When you go downhill, it is very important in most cases to have it up. Because you need to see the trail or where you are biking, and if it is down, it limits what you see. One extra benefit of that, too, is if it is wind, having it up cools you down and has an effect that the sweat doesn´t go down in your eyes. That is a feeling nobody wants.

      But when you go up, many times you want to have the visor down. You don´t get the sun in the eyes, and if it is windy, it will take the dust from the top of your helmet.

      Don’t hesitate to contact me to help you with anything else or if you have any questions.

      Reply
  21. It is a long time since I did any mountain biking but I found this article very interesting.  I never did any extreme cycling –  but it was through fairly dense woods with lots of roots and branches to navigate.  We didn’t wear visors.  We wore wrap-around sunglasses with our helmets.  I’m not sure I would like to use a visor as I think I would want clear peripheral vision. From my experience skiing, I much preferred sunglasses to goggles for this very same reason.   However, if I tried a visor, I might change that opinion.  Thanks for a very detailed explanation of why mountain bike helmets have visors.   

    Reply
    • Hi, Elaine, and thank you.

      Thank you for your kind words.

      I understand you very well and agree on many things like the sunglasses. But I would still use the visor for many reasons. Keep in mind that it is easy to set it up or down after what is best.

      But the reason I have the possibility is, for example, if it rains. It is helpful for the glasses/goggles.

      We bike many times where we can get a lot of dust, even stones, so it degends the eyes.

      One of the most important reasons is that we less get the sun in the eyes like if we are biking up on a hill and suddenly the sun comes. These are things that I had a lot of experience with.

      Don’t hesitate to contact me to help you with anything else or if you have any questions.

      Reply
  22. Are there different brands of bike helmets that have strong visors?  I do think it depends on the brand and what do they entail.  The visors need to have a strong frame.  They need to be approved. There should be clothes attached, so that they can be cleaned if there is any dirt.   Are those visors available?

    Reply
    • Hi, Anshu, and thank you.

      Thank you for your kind words.

      It does not depend on the brands but on how you will use the helmets, whether it has a visor. Road bike helmets don´t have it because they would not see as well with it as it narrows the view.

      But it is important for bikers on off-roads. We wrote about it in this article if you like.

      Don’t hesitate to contact me to help you with anything else or if you have any questions.

      Reply
  23. Hi there I just had an look at your site and find your topic interesting.

    I do not ride a bike but I can think plain and simply put that you need to protect your eyes from any objects, you just have 1 pair of eyes.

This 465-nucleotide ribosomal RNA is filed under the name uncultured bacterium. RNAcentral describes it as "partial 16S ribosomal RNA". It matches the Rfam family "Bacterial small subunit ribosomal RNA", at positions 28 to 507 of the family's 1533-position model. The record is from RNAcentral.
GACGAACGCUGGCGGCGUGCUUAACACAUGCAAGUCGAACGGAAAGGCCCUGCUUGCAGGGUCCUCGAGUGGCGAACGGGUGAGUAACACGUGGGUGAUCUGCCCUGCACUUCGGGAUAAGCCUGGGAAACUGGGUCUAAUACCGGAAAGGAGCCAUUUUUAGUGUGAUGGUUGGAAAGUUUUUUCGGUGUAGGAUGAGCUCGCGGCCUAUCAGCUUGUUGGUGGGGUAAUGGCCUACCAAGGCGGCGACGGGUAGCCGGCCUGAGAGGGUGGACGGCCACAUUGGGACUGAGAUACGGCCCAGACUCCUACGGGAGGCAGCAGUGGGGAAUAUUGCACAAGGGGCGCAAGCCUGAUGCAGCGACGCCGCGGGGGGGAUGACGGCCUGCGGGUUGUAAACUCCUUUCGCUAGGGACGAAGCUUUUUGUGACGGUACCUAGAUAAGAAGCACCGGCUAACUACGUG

I find your blog very interesting, there is a lot of good info about visors and why you need to use them.

    Thanks for letting me view your site.

    Reply
    • Hi, Welf Bolke, and thank you.

      Thank you for your kind words.

      Don’t hesitate to contact me to help you with anything else or if you have any questions.

      Reply
  24. For someone who doesn’t ride, I still found this to be very interesting information. I had no idea that there was so much to bike helmets, yet the visors on them! Glad to see you out here preaching safety! 

    What visor would you suggest for someone just starting out? Maybe someone not looking to spend a lot of money? 

    Reply
    • Hi, Connor, and thank you.

      Thank you for your kind words.

      There are some good helmets with visors here at a budget-friendly price.

      Don’t hesitate to contact me to help you with anything else or if you have any questions.

      Reply
  25. You learn something new every day, and for me this was it. Seems there’s more cons than pros with a helmet visor, although the one thing I did like was protection from branches etc. when riding. Might be a good idea for me when I’m on my ride on lawn-mower 😀

    Was checking out some of the other articles on the side, they look very interesting too!

    All the best

    Michelle – Eco TIGA

    Reply
    • Hi, Tiga, and thank you.

      Thank you for your kind words.

      Well, it depends! Personally, I would have a vision if I were biking off roads. If on the streets, I would not have it.

      But having said that, there are still pros and cons and a thumbnail!

      If I am going downhill, I would not use it. I need a good view, and the visor can limit it.

      But if I am going up the same hill, I would use it. Because the sun can suddenly limit what I see in front of me, so, I want to have it on. So I am not suddenly where the sun blinds me for a second. That had happened!

      Ultimately, it is easy to set it up or down, so it is not so much a problem.

      Don’t hesitate to contact me to help you with anything else or if you have any questions.

      Reply
  26. I’ve been needing someone to just give me the full over view on this! I also went on the mountain biking helmets on amazon, and it is perfect. It tells you the ratings and the reviews etc. thank you. One question though, is it a necessity to wear a helmet?

    Reply
    • Hi, Zxrxh_54, and thank you.